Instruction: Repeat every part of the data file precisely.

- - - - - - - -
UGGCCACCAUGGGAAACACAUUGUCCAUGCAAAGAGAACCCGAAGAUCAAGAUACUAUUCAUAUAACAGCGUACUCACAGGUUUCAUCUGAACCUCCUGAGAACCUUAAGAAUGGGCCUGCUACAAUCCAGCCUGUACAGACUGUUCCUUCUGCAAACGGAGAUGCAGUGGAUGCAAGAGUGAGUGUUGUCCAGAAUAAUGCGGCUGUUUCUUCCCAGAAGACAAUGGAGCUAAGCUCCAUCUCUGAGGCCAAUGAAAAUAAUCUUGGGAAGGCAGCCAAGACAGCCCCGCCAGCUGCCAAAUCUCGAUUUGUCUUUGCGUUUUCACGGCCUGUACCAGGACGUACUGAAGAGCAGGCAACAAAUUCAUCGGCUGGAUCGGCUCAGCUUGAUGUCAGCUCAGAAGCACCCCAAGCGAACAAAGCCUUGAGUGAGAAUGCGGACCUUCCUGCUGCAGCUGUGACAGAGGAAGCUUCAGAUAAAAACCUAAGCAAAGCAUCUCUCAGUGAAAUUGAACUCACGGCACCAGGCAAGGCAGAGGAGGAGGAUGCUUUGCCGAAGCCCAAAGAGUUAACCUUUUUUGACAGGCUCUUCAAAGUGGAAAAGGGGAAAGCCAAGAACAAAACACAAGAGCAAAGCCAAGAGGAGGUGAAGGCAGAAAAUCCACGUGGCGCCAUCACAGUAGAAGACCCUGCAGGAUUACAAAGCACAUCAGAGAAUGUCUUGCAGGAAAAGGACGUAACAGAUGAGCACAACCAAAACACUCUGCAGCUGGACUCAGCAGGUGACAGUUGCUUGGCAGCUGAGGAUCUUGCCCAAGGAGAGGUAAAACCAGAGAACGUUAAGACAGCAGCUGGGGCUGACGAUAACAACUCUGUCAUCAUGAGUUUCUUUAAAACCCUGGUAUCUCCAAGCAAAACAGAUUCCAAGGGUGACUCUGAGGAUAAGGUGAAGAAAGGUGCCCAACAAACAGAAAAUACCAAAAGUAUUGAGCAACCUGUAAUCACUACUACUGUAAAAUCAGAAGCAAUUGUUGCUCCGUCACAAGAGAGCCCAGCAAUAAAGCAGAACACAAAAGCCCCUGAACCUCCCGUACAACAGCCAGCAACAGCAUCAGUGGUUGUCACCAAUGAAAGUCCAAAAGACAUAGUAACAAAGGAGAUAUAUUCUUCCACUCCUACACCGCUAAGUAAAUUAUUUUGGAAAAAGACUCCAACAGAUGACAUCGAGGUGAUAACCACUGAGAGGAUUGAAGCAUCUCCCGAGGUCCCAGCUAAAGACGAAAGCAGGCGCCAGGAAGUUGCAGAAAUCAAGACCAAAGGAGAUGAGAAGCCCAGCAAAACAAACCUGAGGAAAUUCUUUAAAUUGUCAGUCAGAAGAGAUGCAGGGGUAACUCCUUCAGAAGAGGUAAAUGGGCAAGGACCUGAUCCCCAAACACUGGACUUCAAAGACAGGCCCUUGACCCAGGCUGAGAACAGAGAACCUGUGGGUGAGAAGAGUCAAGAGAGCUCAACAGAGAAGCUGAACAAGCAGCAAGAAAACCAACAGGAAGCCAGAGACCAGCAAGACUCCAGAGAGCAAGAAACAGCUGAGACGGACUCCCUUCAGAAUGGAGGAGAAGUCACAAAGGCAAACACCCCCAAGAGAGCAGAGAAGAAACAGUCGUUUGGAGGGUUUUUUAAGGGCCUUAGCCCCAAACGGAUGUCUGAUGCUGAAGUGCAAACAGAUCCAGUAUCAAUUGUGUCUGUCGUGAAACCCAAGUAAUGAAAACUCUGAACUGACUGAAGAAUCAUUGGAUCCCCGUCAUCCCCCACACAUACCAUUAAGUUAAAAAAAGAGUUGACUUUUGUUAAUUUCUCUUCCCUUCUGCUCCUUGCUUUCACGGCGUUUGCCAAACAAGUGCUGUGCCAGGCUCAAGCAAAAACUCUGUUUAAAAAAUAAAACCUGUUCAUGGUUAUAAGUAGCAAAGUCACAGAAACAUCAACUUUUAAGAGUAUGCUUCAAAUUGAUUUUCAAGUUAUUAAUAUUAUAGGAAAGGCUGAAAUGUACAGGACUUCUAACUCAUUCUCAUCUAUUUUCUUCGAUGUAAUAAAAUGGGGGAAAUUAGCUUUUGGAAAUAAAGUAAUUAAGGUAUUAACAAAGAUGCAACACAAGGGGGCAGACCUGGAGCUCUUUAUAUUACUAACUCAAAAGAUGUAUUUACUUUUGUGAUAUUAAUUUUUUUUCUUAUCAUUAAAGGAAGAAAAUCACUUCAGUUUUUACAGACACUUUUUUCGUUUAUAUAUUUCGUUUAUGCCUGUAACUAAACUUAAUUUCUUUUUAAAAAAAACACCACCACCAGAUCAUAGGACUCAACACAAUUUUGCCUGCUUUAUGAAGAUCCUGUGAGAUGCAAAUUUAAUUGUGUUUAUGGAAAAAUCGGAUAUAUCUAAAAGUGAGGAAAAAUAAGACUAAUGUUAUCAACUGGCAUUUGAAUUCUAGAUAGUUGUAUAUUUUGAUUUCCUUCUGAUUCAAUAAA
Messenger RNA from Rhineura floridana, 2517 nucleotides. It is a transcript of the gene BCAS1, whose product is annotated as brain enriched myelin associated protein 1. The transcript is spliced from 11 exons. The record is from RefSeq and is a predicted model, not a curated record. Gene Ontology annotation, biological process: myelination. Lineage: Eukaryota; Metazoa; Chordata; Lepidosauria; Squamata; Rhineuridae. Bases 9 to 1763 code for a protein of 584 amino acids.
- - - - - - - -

UGGCCACCAUGGGAAACACAUUGUCCAUGCAAAGAGAACCCGAAGAUCAAGAUACUAUUCAUAUAACAGCGUACUCACAGGUUUCAUCUGAACCUCCUGAGAACCUUAAGAAUGGGCCUGCUACAAUCCAGCCUGUACAGACUGUUCCUUCUGCAAACGGAGAUGCAGUGGAUGCAAGAGUGAGUGUUGUCCAGAAUAAUGCGGCUGUUUCUUCCCAGAAGACAAUGGAGCUAAGCUCCAUCUCUGAGGCCAAUGAAAAUAAUCUUGGGAAGGCAGCCAAGACAGCCCCGCCAGCUGCCAAAUCUCGAUUUGUCUUUGCGUUUUCACGGCCUGUACCAGGACGUACUGAAGAGCAGGCAACAAAUUCAUCGGCUGGAUCGGCUCAGCUUGAUGUCAGCUCAGAAGCACCCCAAGCGAACAAAGCCUUGAGUGAGAAUGCGGACCUUCCUGCUGCAGCUGUGACAGAGGAAGCUUCAGAUAAAAACCUAAGCAAAGCAUCUCUCAGUGAAAUUGAACUCACGGCACCAGGCAAGGCAGAGGAGGAGGAUGCUUUGCCGAAGCCCAAAGAGUUAACCUUUUUUGACAGGCUCUUCAAAGUGGAAAAGGGGAAAGCCAAGAACAAAACACAAGAGCAAAGCCAAGAGGAGGUGAAGGCAGAAAAUCCACGUGGCGCCAUCACAGUAGAAGACCCUGCAGGAUUACAAAGCACAUCAGAGAAUGUCUUGCAGGAAAAGGACGUAACAGAUGAGCACAACCAAAACACUCUGCAGCUGGACUCAGCAGGUGACAGUUGCUUGGCAGCUGAGGAUCUUGCCCAAGGAGAGGUAAAACCAGAGAACGUUAAGACAGCAGCUGGGGCUGACGAUAACAACUCUGUCAUCAUGAGUUUCUUUAAAACCCUGGUAUCUCCAAGCAAAACAGAUUCCAAGGGUGACUCUGAGGAUAAGGUGAAGAAAGGUGCCCAACAAACAGAAAAUACCAAAAGUAUUGAGCAACCUGUAAUCACUACUACUGUAAAAUCAGAAGCAAUUGUUGCUCCGUCACAAGAGAGCCCAGCAAUAAAGCAGAACACAAAAGCCCCUGAACCUCCCGUACAACAGCCAGCAACAGCAUCAGUGGUUGUCACCAAUGAAAGUCCAAAAGACAUAGUAACAAAGGAGAUAUAUUCUUCCACUCCUACACCGCUAAGUAAAUUAUUUUGGAAAAAGACUCCAACAGAUGACAUCGAGGUGAUAACCACUGAGAGGAUUGAAGCAUCUCCCGAGGUCCCAGCUAAAGACGAAAGCAGGCGCCAGGAAGUUGCAGAAAUCAAGACCAAAGGAGAUGAGAAGCCCAGCAAAACAAACCUGAGGAAAUUCUUUAAAUUGUCAGUCAGAAGAGAUGCAGGGGUAACUCCUUCAGAAGAGGUAAAUGGGCAAGGACCUGAUCCCCAAACACUGGACUUCAAAGACAGGCCCUUGACCCAGGCUGAGAACAGAGAACCUGUGGGUGAGAAGAGUCAAGAGAGCUCAACAGAGAAGCUGAACAAGCAGCAAGAAAACCAACAGGAAGCCAGAGACCAGCAAGACUCCAGAGAGCAAGAAACAGCUGAGACGGACUCCCUUCAGAAUGGAGGAGAAGUCACAAAGGCAAACACCCCCAAGAGAGCAGAGAAGAAACAGUCGUUUGGAGGGUUUUUUAAGGGCCUUAGCCCCAAACGGAUGUCUGAUGCUGAAGUGCAAACAGAUCCAGUAUCAAUUGUGUCUGUCGUGAAACCCAAGUAAUGAAAACUCUGAACUGACUGAAGAAUCAUUGGAUCCCCGUCAUCCCCCACACAUACCAUUAAGUUAAAAAAAGAGUUGACUUUUGUUAAUUUCUCUUCCCUUCUGCUCCUUGCUUUCACGGCGUUUGCCAAACAAGUGCUGUGCCAGGCUCAAGCAAAAACUCUGUUUAAAAAAUAAAACCUGUUCAUGGUUAUAAGUAGCAAAGUCACAGAAACAUCAACUUUUAAGAGUAUGCUUCAAAUUGAUUUUCAAGUUAUUAAUAUUAUAGGAAAGGCUGAAAUGUACAGGACUUCUAACUCAUUCUCAUCUAUUUUCUUCGAUGUAAUAAAAUGGGGGAAAUUAGCUUUUGGAAAUAAAGUAAUUAAGGUAUUAACAAAGAUGCAACACAAGGGGGCAGACCUGGAGCUCUUUAUAUUACUAACUCAAAAGAUGUAUUUACUUUUGUGAUAUUAAUUUUUUUUCUUAUCAUUAAAGGAAGAAAAUCACUUCAGUUUUUACAGACACUUUUUUCGUUUAUAUAUUUCGUUUAUGCCUGUAACUAAACUUAAUUUCUUUUUAAAAAAAACACCACCACCAGAUCAUAGGACUCAACACAAUUUUGCCUGCUUUAUGAAGAUCCUGUGAGAUGCAAAUUUAAUUGUGUUUAUGGAAAAAUCGGAUAUAUCUAAAAGUGAGGAAAAAUAAGACUAAUGUUAUCAACUGGCAUUUGAAUUCUAGAUAGUUGUAUAUUUUGAUUUCCUUCUGAUUCAAUAAA
Messenger RNA from Rhineura floridana, 2517 nucleotides. It is a transcript of the gene BCAS1, whose product is annotated as brain enriched myelin associated protein 1. The transcript is spliced from 11 exons. The record is from RefSeq and is a predicted model, not a curated record. Gene Ontology annotation, biological process: myelination. Lineage: Eukaryota; Metazoa; Chordata; Lepidosauria; Squamata; Rhineuridae. Bases 9 to 1763 code for a protein of 584 amino acids.